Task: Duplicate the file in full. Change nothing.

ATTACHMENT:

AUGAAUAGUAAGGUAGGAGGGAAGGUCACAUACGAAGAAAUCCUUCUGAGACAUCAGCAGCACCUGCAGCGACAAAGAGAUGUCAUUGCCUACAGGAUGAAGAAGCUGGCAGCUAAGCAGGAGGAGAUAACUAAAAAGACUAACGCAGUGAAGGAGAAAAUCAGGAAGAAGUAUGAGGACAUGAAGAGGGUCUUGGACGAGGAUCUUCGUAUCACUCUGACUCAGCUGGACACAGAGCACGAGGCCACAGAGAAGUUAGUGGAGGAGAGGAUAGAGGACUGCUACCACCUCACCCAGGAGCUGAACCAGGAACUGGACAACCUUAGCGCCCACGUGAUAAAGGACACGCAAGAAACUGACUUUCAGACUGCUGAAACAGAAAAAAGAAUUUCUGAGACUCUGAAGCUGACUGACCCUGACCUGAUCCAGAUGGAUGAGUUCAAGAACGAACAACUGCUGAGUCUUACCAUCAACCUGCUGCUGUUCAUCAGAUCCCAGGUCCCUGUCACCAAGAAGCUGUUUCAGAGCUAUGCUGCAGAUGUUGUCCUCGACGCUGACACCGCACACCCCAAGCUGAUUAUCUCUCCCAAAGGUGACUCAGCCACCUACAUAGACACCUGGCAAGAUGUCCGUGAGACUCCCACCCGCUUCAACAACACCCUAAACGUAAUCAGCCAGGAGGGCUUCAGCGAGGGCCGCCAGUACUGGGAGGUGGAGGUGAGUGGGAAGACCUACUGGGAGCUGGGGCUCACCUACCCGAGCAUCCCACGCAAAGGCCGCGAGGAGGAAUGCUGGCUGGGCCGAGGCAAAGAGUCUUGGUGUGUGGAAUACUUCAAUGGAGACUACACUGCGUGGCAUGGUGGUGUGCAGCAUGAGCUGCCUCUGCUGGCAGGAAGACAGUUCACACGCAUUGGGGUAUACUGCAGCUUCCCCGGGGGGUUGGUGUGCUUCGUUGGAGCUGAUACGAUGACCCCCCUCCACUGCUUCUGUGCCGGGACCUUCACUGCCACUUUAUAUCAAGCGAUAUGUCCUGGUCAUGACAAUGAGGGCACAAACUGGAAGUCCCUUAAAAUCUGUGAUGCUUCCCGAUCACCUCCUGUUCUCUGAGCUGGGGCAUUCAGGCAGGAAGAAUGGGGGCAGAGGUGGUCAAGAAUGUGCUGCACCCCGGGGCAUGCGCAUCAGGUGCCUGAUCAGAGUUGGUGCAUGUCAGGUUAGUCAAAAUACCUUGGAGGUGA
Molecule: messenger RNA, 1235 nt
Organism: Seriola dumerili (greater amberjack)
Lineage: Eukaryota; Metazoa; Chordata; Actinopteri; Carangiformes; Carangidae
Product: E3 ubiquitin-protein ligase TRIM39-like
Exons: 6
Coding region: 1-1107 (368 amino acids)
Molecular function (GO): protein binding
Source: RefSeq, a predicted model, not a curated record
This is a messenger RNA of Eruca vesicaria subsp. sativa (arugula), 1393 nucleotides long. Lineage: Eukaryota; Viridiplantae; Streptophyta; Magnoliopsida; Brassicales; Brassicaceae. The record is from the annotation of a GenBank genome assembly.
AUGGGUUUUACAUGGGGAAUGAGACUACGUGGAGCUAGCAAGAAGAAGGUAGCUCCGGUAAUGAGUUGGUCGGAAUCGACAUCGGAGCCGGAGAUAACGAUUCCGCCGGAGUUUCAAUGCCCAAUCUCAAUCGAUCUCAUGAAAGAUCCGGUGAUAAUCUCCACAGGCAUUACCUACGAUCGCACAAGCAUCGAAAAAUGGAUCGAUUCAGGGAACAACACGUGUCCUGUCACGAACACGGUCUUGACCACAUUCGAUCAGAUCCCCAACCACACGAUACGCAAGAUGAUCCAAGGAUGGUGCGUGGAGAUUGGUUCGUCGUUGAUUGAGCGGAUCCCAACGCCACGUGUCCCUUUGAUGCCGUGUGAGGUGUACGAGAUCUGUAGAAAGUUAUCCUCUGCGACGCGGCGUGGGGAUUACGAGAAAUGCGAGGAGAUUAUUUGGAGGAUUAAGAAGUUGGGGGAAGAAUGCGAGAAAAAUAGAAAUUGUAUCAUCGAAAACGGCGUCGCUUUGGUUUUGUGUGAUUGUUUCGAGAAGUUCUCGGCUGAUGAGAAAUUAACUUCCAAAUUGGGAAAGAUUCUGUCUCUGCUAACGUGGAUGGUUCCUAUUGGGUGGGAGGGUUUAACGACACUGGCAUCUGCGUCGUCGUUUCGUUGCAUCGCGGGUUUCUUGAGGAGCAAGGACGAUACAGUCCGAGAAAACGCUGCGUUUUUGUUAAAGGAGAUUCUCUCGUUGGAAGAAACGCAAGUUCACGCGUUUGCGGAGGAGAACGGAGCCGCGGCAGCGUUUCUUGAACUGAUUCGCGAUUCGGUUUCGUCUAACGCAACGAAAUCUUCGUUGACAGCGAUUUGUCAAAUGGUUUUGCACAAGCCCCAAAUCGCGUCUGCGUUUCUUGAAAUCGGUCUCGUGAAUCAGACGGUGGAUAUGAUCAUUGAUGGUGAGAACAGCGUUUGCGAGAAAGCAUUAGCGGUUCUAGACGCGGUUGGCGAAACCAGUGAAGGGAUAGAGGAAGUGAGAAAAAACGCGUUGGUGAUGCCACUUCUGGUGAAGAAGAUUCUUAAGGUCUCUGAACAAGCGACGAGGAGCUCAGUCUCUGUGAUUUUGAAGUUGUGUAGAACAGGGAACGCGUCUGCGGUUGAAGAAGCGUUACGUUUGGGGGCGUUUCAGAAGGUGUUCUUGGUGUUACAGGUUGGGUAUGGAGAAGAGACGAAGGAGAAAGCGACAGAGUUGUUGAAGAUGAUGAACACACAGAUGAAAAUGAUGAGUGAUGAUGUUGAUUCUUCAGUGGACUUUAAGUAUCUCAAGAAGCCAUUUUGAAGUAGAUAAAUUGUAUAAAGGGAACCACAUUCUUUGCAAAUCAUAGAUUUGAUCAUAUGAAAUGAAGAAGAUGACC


AUGAAUAGUAAGGUAGGAGGGAAGGUCACAUACGAAGAAAUCCUUCUGAGACAUCAGCAGCACCUGCAGCGACAAAGAGAUGUCAUUGCCUACAGGAUGAAGAAGCUGGCAGCUAAGCAGGAGGAGAUAACUAAAAAGACUAACGCAGUGAAGGAGAAAAUCAGGAAGAAGUAUGAGGACAUGAAGAGGGUCUUGGACGAGGAUCUUCGUAUCACUCUGACUCAGCUGGACACAGAGCACGAGGCCACAGAGAAGUUAGUGGAGGAGAGGAUAGAGGACUGCUACCACCUCACCCAGGAGCUGAACCAGGAACUGGACAACCUUAGCGCCCACGUGAUAAAGGACACGCAAGAAACUGACUUUCAGACUGCUGAAACAGAAAAAAGAAUUUCUGAGACUCUGAAGCUGACUGACCCUGACCUGAUCCAGAUGGAUGAGUUCAAGAACGAACAACUGCUGAGUCUUACCAUCAACCUGCUGCUGUUCAUCAGAUCCCAGGUCCCUGUCACCAAGAAGCUGUUUCAGAGCUAUGCUGCAGAUGUUGUCCUCGACGCUGACACCGCACACCCCAAGCUGAUUAUCUCUCCCAAAGGUGACUCAGCCACCUACAUAGACACCUGGCAAGAUGUCCGUGAGACUCCCACCCGCUUCAACAACACCCUAAACGUAAUCAGCCAGGAGGGCUUCAGCGAGGGCCGCCAGUACUGGGAGGUGGAGGUGAGUGGGAAGACCUACUGGGAGCUGGGGCUCACCUACCCGAGCAUCCCACGCAAAGGCCGCGAGGAGGAAUGCUGGCUGGGCCGAGGCAAAGAGUCUUGGUGUGUGGAAUACUUCAAUGGAGACUACACUGCGUGGCAUGGUGGUGUGCAGCAUGAGCUGCCUCUGCUGGCAGGAAGACAGUUCACACGCAUUGGGGUAUACUGCAGCUUCCCCGGGGGGUUGGUGUGCUUCGUUGGAGCUGAUACGAUGACCCCCCUCCACUGCUUCUGUGCCGGGACCUUCACUGCCACUUUAUAUCAAGCGAUAUGUCCUGGUCAUGACAAUGAGGGCACAAACUGGAAGUCCCUUAAAAUCUGUGAUGCUUCCCGAUCACCUCCUGUUCUCUGAGCUGGGGCAUUCAGGCAGGAAGAAUGGGGGCAGAGGUGGUCAAGAAUGUGCUGCACCCCGGGGCAUGCGCAUCAGGUGCCUGAUCAGAGUUGGUGCAUGUCAGGUUAGUCAAAAUACCUUGGAGGUGA
Molecule: messenger RNA, 1235 nt
Organism: Seriola dumerili (greater amberjack)
Lineage: Eukaryota; Metazoa; Chordata; Actinopteri; Carangiformes; Carangidae
Product: E3 ubiquitin-protein ligase TRIM39-like
Exons: 6
Coding region: 1-1107 (368 amino acids)
Molecular function (GO): protein binding
Source: RefSeq, a predicted model, not a curated record
This is a messenger RNA of Eruca vesicaria subsp. sativa (arugula), 1393 nucleotides long. Lineage: Eukaryota; Viridiplantae; Streptophyta; Magnoliopsida; Brassicales; Brassicaceae. The record is from the annotation of a GenBank genome assembly.
AUGGGUUUUACAUGGGGAAUGAGACUACGUGGAGCUAGCAAGAAGAAGGUAGCUCCGGUAAUGAGUUGGUCGGAAUCGACAUCGGAGCCGGAGAUAACGAUUCCGCCGGAGUUUCAAUGCCCAAUCUCAAUCGAUCUCAUGAAAGAUCCGGUGAUAAUCUCCACAGGCAUUACCUACGAUCGCACAAGCAUCGAAAAAUGGAUCGAUUCAGGGAACAACACGUGUCCUGUCACGAACACGGUCUUGACCACAUUCGAUCAGAUCCCCAACCACACGAUACGCAAGAUGAUCCAAGGAUGGUGCGUGGAGAUUGGUUCGUCGUUGAUUGAGCGGAUCCCAACGCCACGUGUCCCUUUGAUGCCGUGUGAGGUGUACGAGAUCUGUAGAAAGUUAUCCUCUGCGACGCGGCGUGGGGAUUACGAGAAAUGCGAGGAGAUUAUUUGGAGGAUUAAGAAGUUGGGGGAAGAAUGCGAGAAAAAUAGAAAUUGUAUCAUCGAAAACGGCGUCGCUUUGGUUUUGUGUGAUUGUUUCGAGAAGUUCUCGGCUGAUGAGAAAUUAACUUCCAAAUUGGGAAAGAUUCUGUCUCUGCUAACGUGGAUGGUUCCUAUUGGGUGGGAGGGUUUAACGACACUGGCAUCUGCGUCGUCGUUUCGUUGCAUCGCGGGUUUCUUGAGGAGCAAGGACGAUACAGUCCGAGAAAACGCUGCGUUUUUGUUAAAGGAGAUUCUCUCGUUGGAAGAAACGCAAGUUCACGCGUUUGCGGAGGAGAACGGAGCCGCGGCAGCGUUUCUUGAACUGAUUCGCGAUUCGGUUUCGUCUAACGCAACGAAAUCUUCGUUGACAGCGAUUUGUCAAAUGGUUUUGCACAAGCCCCAAAUCGCGUCUGCGUUUCUUGAAAUCGGUCUCGUGAAUCAGACGGUGGAUAUGAUCAUUGAUGGUGAGAACAGCGUUUGCGAGAAAGCAUUAGCGGUUCUAGACGCGGUUGGCGAAACCAGUGAAGGGAUAGAGGAAGUGAGAAAAAACGCGUUGGUGAUGCCACUUCUGGUGAAGAAGAUUCUUAAGGUCUCUGAACAAGCGACGAGGAGCUCAGUCUCUGUGAUUUUGAAGUUGUGUAGAACAGGGAACGCGUCUGCGGUUGAAGAAGCGUUACGUUUGGGGGCGUUUCAGAAGGUGUUCUUGGUGUUACAGGUUGGGUAUGGAGAAGAGACGAAGGAGAAAGCGACAGAGUUGUUGAAGAUGAUGAACACACAGAUGAAAAUGAUGAGUGAUGAUGUUGAUUCUUCAGUGGACUUUAAGUAUCUCAAGAAGCCAUUUUGAAGUAGAUAAAUUGUAUAAAGGGAACCACAUUCUUUGCAAAUCAUAGAUUUGAUCAUAUGAAAUGAAGAAGAUGACC